A new album by Sunn 0))) is an event. Their plodding, downtuned, droning, overamped electric guitars and striking, spine-rattling frequencies are an all-encompassing encounter -- there is no middle ground: you love them or hate them. Even when working with collaborators, their basic sonic attack has been appended more than extended. But enlisting Steve Albini as producer on Life Metal changes the equation. Albini's microphone placement strategies, precision in detailing resistant overtones from overblown frequencies, and ability to push volume levels through the central nervous system, are the stuff of rock legend. He pushes Greg Anderson and Stephen O'Malley into an eternal riff zone that wrestles light from impenetrable darkness in celebrating the void.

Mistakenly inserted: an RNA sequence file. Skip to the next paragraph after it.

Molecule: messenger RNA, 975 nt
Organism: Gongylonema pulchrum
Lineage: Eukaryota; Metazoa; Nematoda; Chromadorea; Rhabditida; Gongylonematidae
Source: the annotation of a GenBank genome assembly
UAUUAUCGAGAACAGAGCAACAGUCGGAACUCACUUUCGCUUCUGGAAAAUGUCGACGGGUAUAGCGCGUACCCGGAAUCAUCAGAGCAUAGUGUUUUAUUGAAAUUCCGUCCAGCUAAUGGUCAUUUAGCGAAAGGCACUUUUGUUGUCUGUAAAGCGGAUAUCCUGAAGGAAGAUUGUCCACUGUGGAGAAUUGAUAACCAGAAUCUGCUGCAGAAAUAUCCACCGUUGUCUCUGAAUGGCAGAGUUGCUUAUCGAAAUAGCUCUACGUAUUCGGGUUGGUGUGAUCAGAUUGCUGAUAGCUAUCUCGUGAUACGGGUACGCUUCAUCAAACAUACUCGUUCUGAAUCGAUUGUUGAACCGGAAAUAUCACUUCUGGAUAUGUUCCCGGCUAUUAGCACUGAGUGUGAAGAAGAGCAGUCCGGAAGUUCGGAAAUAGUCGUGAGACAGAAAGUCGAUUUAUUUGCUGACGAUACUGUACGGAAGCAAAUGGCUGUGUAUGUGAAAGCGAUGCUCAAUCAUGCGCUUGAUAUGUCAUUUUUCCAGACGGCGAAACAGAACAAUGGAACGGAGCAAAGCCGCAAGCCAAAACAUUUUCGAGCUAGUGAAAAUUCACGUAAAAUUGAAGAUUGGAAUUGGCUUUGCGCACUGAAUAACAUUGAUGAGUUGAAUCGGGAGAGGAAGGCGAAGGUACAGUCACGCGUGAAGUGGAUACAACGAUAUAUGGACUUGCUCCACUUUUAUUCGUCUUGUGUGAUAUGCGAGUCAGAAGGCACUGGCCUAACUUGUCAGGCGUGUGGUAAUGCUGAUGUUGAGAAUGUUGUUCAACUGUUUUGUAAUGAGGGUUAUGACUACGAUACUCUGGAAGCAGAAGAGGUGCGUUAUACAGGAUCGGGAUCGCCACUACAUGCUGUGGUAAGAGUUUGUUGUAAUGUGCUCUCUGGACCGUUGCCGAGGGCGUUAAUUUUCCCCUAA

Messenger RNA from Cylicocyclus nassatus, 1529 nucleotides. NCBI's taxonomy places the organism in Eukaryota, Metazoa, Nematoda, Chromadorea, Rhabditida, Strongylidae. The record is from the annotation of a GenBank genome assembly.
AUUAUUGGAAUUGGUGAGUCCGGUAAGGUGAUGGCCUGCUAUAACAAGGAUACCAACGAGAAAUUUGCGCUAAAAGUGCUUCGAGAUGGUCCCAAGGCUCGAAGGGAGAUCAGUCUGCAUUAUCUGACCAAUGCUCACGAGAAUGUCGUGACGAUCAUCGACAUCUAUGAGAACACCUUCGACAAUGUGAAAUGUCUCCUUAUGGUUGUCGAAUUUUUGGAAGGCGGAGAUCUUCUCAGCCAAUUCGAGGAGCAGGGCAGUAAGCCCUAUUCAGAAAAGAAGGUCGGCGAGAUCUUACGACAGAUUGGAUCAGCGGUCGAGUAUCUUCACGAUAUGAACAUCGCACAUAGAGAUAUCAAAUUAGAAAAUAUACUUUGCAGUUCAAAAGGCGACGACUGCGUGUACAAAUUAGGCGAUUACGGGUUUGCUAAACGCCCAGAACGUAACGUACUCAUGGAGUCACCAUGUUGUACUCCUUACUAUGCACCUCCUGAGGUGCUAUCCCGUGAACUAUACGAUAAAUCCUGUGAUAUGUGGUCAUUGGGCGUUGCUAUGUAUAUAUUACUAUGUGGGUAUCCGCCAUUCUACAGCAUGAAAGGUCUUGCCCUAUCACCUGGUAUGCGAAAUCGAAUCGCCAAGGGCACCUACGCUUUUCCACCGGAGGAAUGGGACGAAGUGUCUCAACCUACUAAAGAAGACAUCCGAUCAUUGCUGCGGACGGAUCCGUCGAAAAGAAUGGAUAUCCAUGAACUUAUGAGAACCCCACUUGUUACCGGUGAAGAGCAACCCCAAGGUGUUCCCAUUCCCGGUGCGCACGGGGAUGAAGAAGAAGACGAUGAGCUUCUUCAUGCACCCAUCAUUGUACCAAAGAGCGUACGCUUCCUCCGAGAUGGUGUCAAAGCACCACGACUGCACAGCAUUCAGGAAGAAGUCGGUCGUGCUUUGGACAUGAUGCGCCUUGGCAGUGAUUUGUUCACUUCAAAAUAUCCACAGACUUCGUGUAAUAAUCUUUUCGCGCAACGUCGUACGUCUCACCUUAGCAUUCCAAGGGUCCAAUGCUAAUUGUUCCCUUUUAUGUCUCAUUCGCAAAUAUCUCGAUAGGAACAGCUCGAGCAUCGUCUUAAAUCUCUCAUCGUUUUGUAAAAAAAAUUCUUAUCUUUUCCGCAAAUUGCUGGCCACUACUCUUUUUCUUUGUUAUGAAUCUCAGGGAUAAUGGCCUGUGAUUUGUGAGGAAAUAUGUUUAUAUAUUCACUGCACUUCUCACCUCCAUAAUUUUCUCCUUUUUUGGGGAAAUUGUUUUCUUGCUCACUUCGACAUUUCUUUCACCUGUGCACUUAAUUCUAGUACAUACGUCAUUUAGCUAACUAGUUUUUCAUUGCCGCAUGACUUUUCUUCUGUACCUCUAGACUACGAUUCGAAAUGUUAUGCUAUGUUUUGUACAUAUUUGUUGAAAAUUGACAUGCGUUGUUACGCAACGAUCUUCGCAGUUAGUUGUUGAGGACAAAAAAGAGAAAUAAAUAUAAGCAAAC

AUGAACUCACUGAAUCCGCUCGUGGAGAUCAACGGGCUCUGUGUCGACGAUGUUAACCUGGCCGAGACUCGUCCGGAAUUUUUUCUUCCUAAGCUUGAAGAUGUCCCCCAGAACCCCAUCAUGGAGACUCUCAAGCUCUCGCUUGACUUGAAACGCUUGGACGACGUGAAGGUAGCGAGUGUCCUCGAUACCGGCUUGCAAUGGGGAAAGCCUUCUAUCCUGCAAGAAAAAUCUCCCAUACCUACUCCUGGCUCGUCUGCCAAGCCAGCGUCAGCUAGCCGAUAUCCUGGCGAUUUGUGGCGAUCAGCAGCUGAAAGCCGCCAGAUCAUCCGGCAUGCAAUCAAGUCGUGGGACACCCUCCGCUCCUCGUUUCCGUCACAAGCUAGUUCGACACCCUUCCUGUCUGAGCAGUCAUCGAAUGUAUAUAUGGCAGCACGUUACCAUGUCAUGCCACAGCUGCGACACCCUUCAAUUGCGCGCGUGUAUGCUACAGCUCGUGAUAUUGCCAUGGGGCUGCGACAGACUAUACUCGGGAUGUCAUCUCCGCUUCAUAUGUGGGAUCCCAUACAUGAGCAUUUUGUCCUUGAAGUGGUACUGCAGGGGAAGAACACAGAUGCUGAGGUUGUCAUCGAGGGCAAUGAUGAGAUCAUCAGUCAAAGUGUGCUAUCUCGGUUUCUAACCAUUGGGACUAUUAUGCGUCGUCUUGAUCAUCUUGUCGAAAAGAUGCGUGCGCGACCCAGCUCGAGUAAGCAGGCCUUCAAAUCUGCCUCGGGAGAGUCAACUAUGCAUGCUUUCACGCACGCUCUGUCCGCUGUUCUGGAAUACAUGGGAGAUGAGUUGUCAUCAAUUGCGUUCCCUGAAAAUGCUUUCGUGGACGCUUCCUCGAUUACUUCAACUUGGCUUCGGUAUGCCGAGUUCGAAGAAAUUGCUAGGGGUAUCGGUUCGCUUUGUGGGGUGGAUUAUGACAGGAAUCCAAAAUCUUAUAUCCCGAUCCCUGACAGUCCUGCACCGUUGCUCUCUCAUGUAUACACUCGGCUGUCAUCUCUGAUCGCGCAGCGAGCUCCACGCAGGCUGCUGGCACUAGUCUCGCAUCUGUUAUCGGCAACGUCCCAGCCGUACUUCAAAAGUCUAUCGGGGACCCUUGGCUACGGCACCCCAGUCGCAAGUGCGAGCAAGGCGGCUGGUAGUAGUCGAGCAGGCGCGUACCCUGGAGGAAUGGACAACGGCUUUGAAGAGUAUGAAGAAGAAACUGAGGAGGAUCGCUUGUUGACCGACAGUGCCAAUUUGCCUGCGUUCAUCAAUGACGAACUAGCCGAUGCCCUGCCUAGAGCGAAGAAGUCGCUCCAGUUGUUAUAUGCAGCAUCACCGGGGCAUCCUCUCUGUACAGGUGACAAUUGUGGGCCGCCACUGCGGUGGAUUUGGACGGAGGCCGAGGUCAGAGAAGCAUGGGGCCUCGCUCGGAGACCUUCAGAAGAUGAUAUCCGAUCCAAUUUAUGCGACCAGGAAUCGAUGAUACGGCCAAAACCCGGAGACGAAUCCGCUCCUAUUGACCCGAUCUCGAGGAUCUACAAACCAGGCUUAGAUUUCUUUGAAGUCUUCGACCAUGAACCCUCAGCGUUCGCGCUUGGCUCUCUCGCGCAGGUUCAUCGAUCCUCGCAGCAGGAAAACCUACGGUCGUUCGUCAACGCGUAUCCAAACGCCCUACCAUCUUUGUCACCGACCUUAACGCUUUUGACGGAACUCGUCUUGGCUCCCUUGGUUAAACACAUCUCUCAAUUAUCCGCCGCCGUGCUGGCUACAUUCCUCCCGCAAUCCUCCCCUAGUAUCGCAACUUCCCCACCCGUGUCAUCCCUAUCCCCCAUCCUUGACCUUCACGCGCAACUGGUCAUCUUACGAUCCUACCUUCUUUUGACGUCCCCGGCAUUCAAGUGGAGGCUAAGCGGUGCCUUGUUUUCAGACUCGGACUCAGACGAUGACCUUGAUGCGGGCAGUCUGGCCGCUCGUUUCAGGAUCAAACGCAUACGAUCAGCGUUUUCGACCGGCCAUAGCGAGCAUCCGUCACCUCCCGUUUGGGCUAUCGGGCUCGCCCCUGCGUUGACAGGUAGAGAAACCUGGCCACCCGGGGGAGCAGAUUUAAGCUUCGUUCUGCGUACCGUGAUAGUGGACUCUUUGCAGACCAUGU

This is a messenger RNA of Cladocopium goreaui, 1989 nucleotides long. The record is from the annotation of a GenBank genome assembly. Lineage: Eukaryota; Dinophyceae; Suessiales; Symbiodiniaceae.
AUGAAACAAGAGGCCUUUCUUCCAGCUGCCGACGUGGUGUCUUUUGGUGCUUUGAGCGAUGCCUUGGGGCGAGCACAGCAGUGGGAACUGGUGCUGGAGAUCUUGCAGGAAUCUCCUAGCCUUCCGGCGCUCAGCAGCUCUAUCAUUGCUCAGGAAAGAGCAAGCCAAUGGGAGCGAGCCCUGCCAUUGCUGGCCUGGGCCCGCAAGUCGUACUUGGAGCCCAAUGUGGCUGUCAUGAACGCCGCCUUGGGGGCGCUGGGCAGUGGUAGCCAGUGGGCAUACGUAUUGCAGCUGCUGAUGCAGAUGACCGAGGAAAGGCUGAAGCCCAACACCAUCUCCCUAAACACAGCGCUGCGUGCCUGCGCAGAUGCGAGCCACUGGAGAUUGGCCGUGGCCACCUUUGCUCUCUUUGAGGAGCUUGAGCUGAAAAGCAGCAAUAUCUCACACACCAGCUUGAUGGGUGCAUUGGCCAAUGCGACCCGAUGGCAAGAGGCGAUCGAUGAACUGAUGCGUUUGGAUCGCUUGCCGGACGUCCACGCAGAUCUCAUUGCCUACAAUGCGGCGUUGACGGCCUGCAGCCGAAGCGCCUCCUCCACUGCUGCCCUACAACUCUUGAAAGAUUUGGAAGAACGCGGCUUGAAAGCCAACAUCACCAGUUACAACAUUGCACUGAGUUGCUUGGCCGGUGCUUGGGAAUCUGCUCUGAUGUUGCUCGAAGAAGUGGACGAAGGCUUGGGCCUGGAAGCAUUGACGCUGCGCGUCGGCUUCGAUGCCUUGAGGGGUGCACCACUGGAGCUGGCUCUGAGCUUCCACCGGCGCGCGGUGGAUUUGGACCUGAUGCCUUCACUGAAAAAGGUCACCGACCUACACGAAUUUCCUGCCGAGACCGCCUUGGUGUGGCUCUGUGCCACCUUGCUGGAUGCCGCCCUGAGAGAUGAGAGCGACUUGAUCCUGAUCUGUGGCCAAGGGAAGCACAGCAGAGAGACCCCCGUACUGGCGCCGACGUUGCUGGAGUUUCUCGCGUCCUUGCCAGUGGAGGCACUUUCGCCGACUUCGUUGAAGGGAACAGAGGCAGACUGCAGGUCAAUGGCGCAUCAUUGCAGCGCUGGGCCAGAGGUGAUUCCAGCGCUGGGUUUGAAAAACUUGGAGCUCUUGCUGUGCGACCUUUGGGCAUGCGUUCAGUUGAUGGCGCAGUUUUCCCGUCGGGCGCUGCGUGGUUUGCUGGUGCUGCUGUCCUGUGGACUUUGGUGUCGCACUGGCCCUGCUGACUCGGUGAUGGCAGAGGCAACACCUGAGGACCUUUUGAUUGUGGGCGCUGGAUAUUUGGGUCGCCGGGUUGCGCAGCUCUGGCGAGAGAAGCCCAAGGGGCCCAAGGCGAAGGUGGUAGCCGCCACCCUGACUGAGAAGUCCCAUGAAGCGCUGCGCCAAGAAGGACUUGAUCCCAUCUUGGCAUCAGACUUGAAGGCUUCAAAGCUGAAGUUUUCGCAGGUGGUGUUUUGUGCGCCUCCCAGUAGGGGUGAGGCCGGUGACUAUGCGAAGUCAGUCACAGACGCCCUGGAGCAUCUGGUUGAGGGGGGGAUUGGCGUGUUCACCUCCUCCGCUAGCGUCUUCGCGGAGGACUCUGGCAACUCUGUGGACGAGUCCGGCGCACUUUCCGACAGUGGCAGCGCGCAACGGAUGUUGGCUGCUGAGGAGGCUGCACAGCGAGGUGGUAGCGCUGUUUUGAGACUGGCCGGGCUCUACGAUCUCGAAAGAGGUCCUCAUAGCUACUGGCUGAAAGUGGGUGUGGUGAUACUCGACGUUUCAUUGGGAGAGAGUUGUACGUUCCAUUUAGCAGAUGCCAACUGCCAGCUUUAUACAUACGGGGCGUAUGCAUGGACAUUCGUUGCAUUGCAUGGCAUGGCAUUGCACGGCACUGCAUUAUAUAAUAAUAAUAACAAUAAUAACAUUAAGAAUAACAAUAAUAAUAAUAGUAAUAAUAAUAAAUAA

Sunn 0)))'s aesthetic remains unchanged, even as their sound takes on new dimensions. The pair conceived the album in Anderson's L.A. studio, where they utilized synth innovator Tos Nieuwenhuizen in writing rehearsals before heading to Albini's Electrical Audio in Chicago. The four long works here account for half of this union's output: A second, more meditative album entitled Pyroclasts will be released later in the year. Sunn 0))) are joined on Life Metal by composer and frequent live collaborator Hildur Guðnadóttir on vocals and electric cello, Silkworm's Tim Midyett on aluminum-neck bass and baritone guitars, and Anthony Pateras on pipe organ. Album-opener "Between Sleipnir's Breaths" commences with the aggressive snort and gallop of a horse -- Odin's eight-legged steed. The riff, twinned then quadrupled in ever-rising octaves, is at once punishing and transcendent. Feedback, bass, and brass sounds shudder, plod, and prod with rippling energy and menacing force before Guðnadóttir's vulnerable vocal chants and speaks lyrics derived from Aztec poets. They contrast ice and fire, death and eternity. The pipe organ helps usher in "Troubled Air," adding another textural element to the fluid, droning riff that is all but overcome by sustain and feedback, moving back and forth across glacial chord changes. While the guitars do their best to temper the storm, the organ bleats and rings, opening a dimension that affirms even as it afflicts. The 19-minute "Aurora" is introduced by Guðnadóttir's wordless alto singing, and covered over by the glacial riffs that claim everything in their path (the mix is so clear, you can hear Anderson's and O'Malley's fingers on the strings), creating an arresting yet nearly unbearable beauty. Finally, on the 25-minute "Novae," staggered drone riffs roar through, churning and roiling in the blackness with a constant, unrelenting pace. Layers of unidentifiable sonics, double-step overtones, octave drones, pockets of feedback, sustain and tension, create a cavern for the riffs and envelop the listener; who's transported through airless waves of sound that gradually transform into blinding shards of blackened light, and are caressed by a low, droning cello that echoes long after the recording has concluded. Life Metal is the dawning of a new phase for Sunn 0))), one that resonates with more power and complexity than anything in their catalog.